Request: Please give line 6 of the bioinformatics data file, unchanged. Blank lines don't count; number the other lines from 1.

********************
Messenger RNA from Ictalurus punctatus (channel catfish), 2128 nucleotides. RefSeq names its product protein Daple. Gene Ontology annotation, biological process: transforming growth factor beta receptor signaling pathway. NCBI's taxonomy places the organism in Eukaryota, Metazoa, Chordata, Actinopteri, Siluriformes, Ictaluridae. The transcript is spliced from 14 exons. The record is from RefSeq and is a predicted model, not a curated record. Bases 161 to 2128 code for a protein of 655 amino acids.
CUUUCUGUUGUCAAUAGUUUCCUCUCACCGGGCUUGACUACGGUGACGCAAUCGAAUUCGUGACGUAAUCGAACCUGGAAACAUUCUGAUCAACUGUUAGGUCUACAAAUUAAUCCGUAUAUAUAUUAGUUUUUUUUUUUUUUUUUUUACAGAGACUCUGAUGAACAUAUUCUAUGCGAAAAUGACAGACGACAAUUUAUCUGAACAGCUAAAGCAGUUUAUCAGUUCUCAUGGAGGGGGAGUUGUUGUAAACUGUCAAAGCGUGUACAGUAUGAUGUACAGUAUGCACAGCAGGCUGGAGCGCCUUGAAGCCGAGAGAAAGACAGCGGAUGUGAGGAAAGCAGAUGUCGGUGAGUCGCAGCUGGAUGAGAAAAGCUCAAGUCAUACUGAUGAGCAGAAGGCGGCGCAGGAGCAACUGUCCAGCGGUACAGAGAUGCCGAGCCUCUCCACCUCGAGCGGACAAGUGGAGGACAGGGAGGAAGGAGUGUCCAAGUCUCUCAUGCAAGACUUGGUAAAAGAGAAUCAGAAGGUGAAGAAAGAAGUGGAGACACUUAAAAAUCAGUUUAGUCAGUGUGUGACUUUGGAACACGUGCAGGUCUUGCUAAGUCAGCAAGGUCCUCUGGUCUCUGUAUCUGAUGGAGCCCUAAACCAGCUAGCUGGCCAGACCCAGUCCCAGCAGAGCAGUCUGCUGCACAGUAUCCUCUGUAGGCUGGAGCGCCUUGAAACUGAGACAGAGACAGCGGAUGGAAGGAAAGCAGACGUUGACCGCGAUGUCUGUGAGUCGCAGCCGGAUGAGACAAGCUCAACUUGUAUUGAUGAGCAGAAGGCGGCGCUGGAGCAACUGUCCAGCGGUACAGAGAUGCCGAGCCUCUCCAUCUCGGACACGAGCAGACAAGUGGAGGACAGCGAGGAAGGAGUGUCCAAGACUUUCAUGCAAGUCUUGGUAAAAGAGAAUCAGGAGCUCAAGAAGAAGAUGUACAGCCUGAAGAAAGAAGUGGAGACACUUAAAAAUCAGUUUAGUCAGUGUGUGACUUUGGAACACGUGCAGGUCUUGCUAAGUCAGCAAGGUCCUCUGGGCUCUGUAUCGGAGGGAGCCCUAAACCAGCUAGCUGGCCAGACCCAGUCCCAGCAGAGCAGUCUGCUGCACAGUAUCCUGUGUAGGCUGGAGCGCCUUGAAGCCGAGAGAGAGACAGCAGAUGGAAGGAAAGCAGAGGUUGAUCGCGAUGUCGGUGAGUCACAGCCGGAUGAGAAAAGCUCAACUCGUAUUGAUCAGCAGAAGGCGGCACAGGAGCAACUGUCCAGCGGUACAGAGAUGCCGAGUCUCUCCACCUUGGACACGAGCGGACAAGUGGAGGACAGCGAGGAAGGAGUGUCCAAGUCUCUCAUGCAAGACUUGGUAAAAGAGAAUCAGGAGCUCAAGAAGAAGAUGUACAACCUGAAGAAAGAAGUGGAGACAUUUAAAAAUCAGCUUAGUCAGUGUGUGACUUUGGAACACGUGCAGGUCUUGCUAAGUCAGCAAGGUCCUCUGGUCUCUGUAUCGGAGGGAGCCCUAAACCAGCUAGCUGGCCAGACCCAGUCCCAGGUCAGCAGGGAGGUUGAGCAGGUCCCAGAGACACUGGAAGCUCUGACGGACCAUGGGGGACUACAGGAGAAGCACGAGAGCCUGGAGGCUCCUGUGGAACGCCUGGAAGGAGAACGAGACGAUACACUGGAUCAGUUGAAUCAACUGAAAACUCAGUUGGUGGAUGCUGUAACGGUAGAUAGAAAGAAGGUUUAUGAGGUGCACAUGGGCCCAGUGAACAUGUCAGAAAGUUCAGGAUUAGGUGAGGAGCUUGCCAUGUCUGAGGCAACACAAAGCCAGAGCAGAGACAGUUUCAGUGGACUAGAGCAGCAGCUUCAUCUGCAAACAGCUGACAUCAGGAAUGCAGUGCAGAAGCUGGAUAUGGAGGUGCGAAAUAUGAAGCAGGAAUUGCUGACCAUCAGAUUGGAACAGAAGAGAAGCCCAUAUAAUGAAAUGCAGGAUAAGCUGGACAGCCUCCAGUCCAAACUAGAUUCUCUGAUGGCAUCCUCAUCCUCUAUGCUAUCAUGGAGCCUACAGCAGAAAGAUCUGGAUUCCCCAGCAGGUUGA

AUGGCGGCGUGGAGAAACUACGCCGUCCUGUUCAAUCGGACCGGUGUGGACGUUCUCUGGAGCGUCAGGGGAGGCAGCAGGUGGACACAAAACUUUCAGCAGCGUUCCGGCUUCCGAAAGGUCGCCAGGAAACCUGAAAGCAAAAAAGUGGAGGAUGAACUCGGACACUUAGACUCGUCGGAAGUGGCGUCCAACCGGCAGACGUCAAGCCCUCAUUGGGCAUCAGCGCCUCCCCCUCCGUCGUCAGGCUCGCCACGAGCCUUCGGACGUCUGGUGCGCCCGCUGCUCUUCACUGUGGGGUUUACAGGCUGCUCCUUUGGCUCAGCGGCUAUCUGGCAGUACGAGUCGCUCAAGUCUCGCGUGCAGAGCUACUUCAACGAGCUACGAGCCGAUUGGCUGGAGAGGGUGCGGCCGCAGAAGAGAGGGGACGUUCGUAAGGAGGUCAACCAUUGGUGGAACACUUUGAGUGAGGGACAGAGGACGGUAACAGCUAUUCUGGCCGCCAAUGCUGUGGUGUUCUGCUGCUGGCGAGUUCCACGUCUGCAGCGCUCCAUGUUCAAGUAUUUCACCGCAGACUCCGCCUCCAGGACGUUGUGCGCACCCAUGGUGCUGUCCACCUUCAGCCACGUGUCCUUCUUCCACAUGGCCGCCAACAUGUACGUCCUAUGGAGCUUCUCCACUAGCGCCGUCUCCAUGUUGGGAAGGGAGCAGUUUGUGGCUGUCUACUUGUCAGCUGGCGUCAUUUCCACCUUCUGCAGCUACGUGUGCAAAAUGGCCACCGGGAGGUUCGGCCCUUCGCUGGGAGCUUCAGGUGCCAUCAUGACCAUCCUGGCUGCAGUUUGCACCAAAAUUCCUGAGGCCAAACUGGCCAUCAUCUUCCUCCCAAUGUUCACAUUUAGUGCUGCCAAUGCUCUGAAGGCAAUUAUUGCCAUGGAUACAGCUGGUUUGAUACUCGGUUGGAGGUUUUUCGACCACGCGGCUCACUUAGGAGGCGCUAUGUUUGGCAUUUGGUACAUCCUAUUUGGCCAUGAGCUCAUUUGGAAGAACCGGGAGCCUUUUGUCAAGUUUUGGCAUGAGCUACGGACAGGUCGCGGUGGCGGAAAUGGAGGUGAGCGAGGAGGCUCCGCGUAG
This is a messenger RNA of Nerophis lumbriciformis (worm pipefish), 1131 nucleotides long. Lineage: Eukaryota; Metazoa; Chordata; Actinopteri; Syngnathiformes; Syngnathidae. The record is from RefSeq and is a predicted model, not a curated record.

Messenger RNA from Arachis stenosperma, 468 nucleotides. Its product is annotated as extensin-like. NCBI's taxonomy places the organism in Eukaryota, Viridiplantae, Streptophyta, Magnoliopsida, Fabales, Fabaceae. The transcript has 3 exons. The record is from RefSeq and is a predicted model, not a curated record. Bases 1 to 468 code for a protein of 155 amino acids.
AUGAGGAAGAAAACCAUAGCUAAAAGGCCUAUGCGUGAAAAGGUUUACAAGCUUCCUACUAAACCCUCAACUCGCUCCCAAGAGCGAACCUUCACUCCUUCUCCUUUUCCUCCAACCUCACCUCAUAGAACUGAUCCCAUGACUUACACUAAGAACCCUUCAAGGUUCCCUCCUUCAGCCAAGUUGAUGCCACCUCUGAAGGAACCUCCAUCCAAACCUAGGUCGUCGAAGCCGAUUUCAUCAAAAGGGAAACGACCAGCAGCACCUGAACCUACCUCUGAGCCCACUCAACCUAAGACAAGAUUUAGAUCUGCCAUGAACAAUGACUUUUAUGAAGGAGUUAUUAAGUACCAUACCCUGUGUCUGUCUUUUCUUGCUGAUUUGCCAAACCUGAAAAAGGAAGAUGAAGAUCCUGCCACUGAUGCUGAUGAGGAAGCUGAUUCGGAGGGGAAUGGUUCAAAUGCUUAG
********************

AUGAGGAAGAAAACCAUAGCUAAAAGGCCUAUGCGUGAAAAGGUUUACAAGCUUCCUACUAAACCCUCAACUCGCUCCCAAGAGCGAACCUUCACUCCUUCUCCUUUUCCUCCAACCUCACCUCAUAGAACUGAUCCCAUGACUUACACUAAGAACCCUUCAAGGUUCCCUCCUUCAGCCAAGUUGAUGCCACCUCUGAAGGAACCUCCAUCCAAACCUAGGUCGUCGAAGCCGAUUUCAUCAAAAGGGAAACGACCAGCAGCACCUGAACCUACCUCUGAGCCCACUCAACCUAAGACAAGAUUUAGAUCUGCCAUGAACAAUGACUUUUAUGAAGGAGUUAUUAAGUACCAUACCCUGUGUCUGUCUUUUCUUGCUGAUUUGCCAAACCUGAAAAAGGAAGAUGAAGAUCCUGCCACUGAUGCUGAUGAGGAAGCUGAUUCGGAGGGGAAUGGUUCAAAUGCUUAG